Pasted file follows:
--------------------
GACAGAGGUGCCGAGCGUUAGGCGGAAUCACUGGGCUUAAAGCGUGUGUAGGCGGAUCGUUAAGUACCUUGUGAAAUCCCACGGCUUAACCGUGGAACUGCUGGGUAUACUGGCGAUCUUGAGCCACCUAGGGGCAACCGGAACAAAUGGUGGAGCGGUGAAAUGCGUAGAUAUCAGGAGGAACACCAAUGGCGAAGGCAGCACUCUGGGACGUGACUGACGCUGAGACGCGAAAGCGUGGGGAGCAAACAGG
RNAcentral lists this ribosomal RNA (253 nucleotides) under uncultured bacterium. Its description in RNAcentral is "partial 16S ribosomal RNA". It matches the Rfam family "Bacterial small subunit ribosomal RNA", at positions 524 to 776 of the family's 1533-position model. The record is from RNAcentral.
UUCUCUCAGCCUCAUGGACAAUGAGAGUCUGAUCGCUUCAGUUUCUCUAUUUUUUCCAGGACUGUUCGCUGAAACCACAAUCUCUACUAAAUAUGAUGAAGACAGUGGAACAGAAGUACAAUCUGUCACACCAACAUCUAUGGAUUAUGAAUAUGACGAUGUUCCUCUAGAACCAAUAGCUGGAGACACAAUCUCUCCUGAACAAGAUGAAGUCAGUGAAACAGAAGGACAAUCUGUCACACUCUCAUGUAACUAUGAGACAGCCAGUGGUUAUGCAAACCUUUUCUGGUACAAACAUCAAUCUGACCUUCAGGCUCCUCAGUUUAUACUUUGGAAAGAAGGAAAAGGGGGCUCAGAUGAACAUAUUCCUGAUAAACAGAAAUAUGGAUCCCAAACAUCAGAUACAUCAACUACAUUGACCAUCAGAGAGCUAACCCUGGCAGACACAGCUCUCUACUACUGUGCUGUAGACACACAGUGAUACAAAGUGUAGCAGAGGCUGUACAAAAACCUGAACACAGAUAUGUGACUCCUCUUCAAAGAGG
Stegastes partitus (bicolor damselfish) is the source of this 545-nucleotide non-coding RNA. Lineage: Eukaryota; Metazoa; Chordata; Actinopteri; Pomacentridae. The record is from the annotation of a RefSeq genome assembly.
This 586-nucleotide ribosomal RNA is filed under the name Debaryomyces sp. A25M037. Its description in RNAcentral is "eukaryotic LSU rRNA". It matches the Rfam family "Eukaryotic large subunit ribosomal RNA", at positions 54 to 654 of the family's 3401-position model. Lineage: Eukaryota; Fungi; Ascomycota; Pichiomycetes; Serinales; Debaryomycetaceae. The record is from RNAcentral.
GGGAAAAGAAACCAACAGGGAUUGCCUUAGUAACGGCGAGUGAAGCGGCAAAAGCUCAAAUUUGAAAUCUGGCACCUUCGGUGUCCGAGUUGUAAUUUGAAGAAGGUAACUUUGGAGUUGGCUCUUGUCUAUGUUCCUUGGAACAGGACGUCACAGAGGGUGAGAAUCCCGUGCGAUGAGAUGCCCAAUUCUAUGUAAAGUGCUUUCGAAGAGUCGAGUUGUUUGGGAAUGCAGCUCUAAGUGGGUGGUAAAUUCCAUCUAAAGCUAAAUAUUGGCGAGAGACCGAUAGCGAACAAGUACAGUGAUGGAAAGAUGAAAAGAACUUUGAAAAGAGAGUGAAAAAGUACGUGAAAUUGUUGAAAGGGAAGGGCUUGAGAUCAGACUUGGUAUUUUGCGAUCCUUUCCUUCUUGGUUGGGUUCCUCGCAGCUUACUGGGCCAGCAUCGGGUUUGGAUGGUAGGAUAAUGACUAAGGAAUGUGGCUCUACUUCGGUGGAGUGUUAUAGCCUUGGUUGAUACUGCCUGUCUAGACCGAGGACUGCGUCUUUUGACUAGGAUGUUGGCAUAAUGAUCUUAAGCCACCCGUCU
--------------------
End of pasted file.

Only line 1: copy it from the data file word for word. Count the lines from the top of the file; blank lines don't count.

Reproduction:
GACAGAGGUGCCGAGCGUUAGGCGGAAUCACUGGGCUUAAAGCGUGUGUAGGCGGAUCGUUAAGUACCUUGUGAAAUCCCACGGCUUAACCGUGGAACUGCUGGGUAUACUGGCGAUCUUGAGCCACCUAGGGGCAACCGGAACAAAUGGUGGAGCGGUGAAAUGCGUAGAUAUCAGGAGGAACACCAAUGGCGAAGGCAGCACUCUGGGACGUGACUGACGCUGAGACGCGAAAGCGUGGGGAGCAAACAGG